lets hope the next bit moves a bit quicker. I think we still get a thumbs up, because I feel like I'm making progress.
nRF connect for Desktop
so, this next bit appears to just be how to flash a precompiled hex file to the board. this is pretty straight forward and a bit of a waste of time, so I'm going to skip over it. I'm sure its very useful to some people in some circumstances, and when I have made a product and require to update the firmware this will be useful, but right now I want to see and customise the code. pre-compiled hex binaries are a bit boring.
moving swiftly on...
Segger Embedded studio
we're told to open a basic blinky project, and mess with the delay timing in the code, before pressing the green "build and run" arrow.
the code is very simple
lets have a look in the bsp_board_init(BSP_INIT_LEDS); function
if you follow the rabbit hole down, all it does is sets up the pins and turns them to the LED_OFF state
this is a remarkably small piece of code for an ARM Cortex M4 initialisation. I can't see anything related to clock trees / prescalers, power modes, or enabling the GPIO peripheral buses as you must do on the STM32s that I'm familiar with.
the block diagram for the microcontroller doesn't look so simple, I suppose most of the detail is hidden somewhere else? flicking through the source code there seems to be a lot of SDK related defines, so maybe its all in there somewhere.
there's the assembly start-up code, but even that is minimal by the looks of it. I'm not going to complain though, it works!
but we're not done yet...
blinky v2 - Bluetooth Low Energy version
the next step in the integration guide is to flash a precompiled hex which will demo the Bluetooth low energy part of the chip.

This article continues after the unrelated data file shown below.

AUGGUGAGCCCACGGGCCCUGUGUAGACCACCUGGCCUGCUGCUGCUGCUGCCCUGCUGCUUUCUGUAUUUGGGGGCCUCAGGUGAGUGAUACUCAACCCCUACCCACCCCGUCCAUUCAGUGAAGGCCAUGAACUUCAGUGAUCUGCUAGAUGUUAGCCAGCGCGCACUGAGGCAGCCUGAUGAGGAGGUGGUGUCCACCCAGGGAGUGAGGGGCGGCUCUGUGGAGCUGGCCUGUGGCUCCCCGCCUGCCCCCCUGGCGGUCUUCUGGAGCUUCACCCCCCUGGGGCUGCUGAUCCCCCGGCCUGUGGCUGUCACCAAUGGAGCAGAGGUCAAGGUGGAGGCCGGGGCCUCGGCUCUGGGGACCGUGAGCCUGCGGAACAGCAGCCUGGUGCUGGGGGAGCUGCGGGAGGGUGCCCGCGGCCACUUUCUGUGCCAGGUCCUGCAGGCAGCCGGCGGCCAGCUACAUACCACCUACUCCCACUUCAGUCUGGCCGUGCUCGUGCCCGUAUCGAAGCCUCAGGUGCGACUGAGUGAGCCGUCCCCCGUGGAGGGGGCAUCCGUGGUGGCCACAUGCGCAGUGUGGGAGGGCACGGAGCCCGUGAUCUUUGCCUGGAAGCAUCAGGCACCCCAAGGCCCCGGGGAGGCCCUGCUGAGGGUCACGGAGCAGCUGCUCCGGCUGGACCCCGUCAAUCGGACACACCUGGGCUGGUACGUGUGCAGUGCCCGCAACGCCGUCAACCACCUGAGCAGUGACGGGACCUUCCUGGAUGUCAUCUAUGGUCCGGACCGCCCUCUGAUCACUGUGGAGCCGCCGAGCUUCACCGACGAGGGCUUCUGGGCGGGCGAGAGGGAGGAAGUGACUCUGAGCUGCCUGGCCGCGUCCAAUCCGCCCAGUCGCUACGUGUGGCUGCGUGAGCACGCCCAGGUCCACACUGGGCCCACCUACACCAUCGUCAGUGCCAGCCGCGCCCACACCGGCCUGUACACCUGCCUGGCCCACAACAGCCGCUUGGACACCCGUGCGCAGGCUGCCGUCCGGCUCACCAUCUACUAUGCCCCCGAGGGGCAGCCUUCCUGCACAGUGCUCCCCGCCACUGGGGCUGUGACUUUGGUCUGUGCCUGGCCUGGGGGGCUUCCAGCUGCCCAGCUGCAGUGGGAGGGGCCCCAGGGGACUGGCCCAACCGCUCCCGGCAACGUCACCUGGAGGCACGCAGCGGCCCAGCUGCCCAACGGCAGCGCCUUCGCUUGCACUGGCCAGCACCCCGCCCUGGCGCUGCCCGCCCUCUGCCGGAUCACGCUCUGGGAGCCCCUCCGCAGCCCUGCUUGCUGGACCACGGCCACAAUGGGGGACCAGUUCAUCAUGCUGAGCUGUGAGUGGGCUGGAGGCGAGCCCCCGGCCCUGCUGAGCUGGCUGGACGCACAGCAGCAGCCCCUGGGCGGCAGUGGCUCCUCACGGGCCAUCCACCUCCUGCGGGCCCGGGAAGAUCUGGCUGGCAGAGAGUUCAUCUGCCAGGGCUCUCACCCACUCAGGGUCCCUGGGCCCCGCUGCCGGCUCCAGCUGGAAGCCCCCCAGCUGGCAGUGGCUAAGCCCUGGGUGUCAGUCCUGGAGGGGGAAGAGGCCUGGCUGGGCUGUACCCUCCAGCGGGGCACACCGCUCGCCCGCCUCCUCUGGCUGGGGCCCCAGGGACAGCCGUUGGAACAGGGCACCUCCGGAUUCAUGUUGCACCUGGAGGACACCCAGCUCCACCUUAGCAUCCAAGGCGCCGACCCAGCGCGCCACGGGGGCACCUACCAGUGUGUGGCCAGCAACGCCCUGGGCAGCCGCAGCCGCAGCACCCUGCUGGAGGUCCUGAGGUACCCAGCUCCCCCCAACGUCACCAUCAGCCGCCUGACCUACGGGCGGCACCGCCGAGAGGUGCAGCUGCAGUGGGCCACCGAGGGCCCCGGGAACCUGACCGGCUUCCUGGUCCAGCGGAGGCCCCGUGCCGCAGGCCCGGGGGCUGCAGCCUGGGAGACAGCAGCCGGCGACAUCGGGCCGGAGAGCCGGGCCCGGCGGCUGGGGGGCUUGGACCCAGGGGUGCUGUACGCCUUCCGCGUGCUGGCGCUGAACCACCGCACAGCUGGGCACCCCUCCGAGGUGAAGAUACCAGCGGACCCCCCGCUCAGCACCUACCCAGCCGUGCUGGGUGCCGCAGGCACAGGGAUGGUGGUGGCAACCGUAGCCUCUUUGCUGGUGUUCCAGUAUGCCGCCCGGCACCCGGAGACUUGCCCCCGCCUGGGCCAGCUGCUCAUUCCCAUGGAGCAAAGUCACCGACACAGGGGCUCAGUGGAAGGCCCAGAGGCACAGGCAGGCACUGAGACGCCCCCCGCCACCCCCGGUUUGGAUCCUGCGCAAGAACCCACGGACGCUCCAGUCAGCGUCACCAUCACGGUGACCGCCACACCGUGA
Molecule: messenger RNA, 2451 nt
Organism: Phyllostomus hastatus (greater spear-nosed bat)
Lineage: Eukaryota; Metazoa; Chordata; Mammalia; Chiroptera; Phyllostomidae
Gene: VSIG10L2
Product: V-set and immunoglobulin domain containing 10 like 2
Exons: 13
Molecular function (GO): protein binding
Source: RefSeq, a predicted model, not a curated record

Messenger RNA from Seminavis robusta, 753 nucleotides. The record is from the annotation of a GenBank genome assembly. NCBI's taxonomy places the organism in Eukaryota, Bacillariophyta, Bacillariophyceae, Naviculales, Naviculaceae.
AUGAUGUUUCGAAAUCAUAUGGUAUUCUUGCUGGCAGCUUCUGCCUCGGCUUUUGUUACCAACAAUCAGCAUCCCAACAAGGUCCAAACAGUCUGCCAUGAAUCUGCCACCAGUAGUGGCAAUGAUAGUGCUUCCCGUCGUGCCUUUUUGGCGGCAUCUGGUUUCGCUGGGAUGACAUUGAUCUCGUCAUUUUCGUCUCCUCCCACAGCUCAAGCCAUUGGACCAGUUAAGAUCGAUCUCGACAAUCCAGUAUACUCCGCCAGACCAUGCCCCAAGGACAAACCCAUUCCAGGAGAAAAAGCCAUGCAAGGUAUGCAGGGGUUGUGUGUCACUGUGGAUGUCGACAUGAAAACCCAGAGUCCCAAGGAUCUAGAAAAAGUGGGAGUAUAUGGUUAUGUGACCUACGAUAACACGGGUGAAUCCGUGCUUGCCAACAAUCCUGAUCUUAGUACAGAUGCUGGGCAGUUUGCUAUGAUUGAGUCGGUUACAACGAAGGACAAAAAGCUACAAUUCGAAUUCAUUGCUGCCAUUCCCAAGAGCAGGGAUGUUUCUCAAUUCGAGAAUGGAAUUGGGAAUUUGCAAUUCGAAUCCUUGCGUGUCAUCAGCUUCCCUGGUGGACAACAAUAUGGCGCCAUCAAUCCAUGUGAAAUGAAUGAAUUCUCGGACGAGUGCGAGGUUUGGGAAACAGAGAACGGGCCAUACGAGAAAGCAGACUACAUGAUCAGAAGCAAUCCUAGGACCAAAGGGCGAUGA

again though, I want to be able to customise it, so instead I'm going to open and compile the project instead.
aha! this is significantly more complicated! here's main:
here is the protocol stack initialisation:
the BLE event handler is a pretty big state machine. compilation seems to work!
downloading the app is pretty simple, ... And STOP THE CLOCK!
We have achieved 2 way communication with the Bluetooth phone app. Very nice
its not shown incredibly clearly, but in the first picture the LED3 is lit (just below the USB socket on the LHS). The LED state, and the button press is listed in the app.
so, in total, that took 4 and 1/2 hours to get this going. its not all plain sailing, and I didn't exactly follow the guide word for word, but I feel pleased with the result. I could have easily achieved this in a typical work day even if you through in a long lunch and a couple of pointless meetings.
I've not been hugely frustrated or confused yet, so that's got to be good, however looking at the code for the last example was a bit daunting.
I've also noticed a bit of a hole when it comes to the available documentation, which I will hopefully explore in another blog post. for now I'll just say that its not particularly helpful to have to go to Nordic for somethings and Panasonic for others.
also, Panasonics document naming conventions could use some work. I would expect "module integration guide" to be instructions on how to integrate the module into an OEM design! who knows what I will find in the "product specification" or the "Application note"
Anyway, overall positive - I've achieved what I set out to do, and in a pretty reasonable time I think. this has all been paint by numbers tutorial instructions though, next time we will find out how I get on when I go off-piste a bit!